"Craft is what enables you to be successful
when you're not inspired." - Brian Eno
The Times FEBRUARY 16, 2009 - by Pete Paphides
U2: NO LINE ON THE HORIZON
Talk about raising the stakes. "If this isn't our best album, we're irrelevant," Bono declared when asked about U2's new album, No Line On The Horizon, released on March 2. Anyone who has heard the current single, Get On Your Boots, surely won't need reminding how quickly such statements can repeat on you. Quite how such a dog's dinner of Dylan-esque free association and Bolan-esque electric boogie made it beyond the rehearsal room is anyone's guess.
But even before that point the drip-feed of information around No Line On The Horizon had been worrying. Sessions with Rick Rubin were abandoned early. The group made better progress with Brian Eno and Danny Lanois, the producers of U2's 1987 album The Joshua Tree, which prompted Universal to set a deadline for release for autumn 2008. And yet no amount of frantic finessing could ensure the album's arrival in shops by Christmas.
It's a relief, then, to report that on their twelfth album U2 come out of the traps sounding like, well, their old selves. The title track captures a band powering along with the majestic velocity of a Sherman tank. You want it to last, and it does for a time. "I was born to sing for you," intones Bono on the stunning Magnificent, a lyric that brings religious intensity to what, by anyone else, would be a mere love song.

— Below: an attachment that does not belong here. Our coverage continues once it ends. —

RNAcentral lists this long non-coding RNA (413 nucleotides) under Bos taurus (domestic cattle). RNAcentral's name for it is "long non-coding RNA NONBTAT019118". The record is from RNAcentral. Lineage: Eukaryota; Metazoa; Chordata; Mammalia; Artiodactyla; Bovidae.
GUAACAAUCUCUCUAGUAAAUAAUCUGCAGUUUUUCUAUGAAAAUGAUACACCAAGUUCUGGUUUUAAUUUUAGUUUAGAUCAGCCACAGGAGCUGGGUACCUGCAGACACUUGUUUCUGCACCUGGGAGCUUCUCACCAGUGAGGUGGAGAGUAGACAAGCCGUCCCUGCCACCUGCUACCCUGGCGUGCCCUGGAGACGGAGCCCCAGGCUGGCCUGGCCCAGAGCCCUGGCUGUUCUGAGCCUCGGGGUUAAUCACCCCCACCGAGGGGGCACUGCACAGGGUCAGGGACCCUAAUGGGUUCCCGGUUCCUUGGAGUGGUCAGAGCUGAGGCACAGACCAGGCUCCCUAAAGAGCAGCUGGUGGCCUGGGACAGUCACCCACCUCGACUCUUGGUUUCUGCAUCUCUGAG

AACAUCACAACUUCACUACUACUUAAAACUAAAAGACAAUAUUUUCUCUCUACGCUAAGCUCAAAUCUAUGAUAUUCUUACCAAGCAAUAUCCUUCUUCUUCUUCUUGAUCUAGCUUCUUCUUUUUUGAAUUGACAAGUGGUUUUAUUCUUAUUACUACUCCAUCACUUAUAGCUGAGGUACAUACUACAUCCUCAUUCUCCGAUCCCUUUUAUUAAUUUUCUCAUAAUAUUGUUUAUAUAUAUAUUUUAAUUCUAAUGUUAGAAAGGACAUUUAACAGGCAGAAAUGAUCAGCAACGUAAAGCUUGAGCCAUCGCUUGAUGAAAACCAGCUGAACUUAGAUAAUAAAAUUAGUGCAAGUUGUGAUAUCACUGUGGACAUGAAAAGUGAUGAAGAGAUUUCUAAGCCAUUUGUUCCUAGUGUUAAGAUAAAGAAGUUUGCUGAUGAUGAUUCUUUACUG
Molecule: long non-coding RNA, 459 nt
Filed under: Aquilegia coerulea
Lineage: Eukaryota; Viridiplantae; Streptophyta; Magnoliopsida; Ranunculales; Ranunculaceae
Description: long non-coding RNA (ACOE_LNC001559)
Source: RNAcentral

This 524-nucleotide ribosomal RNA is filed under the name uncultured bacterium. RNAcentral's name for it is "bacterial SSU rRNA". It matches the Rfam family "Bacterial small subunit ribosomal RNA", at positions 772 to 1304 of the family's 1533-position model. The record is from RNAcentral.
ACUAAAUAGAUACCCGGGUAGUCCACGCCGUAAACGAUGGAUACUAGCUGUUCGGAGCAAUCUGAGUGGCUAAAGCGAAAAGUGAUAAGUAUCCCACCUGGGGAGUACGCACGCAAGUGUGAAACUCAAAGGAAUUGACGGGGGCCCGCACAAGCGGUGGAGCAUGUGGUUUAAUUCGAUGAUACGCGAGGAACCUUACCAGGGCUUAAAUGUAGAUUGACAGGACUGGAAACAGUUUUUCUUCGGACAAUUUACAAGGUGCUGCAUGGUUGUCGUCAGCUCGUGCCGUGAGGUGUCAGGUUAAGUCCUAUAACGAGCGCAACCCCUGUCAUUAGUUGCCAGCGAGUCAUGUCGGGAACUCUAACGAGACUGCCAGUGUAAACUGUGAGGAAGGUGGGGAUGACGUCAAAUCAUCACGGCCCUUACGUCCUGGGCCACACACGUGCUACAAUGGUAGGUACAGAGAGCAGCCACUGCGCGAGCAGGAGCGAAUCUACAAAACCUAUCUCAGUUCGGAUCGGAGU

What follows is less a disaster and more a loss of focus, brought about, you suspect, because this is really a compilation of highlights from several disparately spread sessions. That they spent sixteen months retooling Stand Up Comedy should have told them that this lolloping mid-paced rocker simply wasn't good enough - and certainly not with lines such as "Stop helping God across the road like a little old lady". Trailed as the centrepiece of the album, Moment Of Surrender is regarded by the band as the equal of One (1991). But Bono's impassioned testifying is left exposed by a meagre tune.
About three quarters in, however, it's a relief to report that you have heard all of the new album's low points. Adapted from a folk song, White As Snow is Bono's best vocal, depicting a war-torn landscape through eyes exiled by it.
No less potently, Cedars Of Lebanon takes shape amid a sonic fug that mirrors the exhaustion of its war reporter narrator: "Child drinking dirty water from the riverbank / Soldier brings oranges he got out from a tank."
No Line On The Horizon isn't U2's best album. But irrelevant? When four members of a group click and the tape is running, irrelevant doesn't really come into it. And, over fifty-four minutes, there are enough of those moments to remind you that you write off U2 at your peril. Next time, though, Bono might want to use his powers of diplomacy to the benefit of his band. If you can get George Bush to sanction the largest response by a Western government to the AIDS crisis then can't you convince your label to wait until you have really delivered your best album?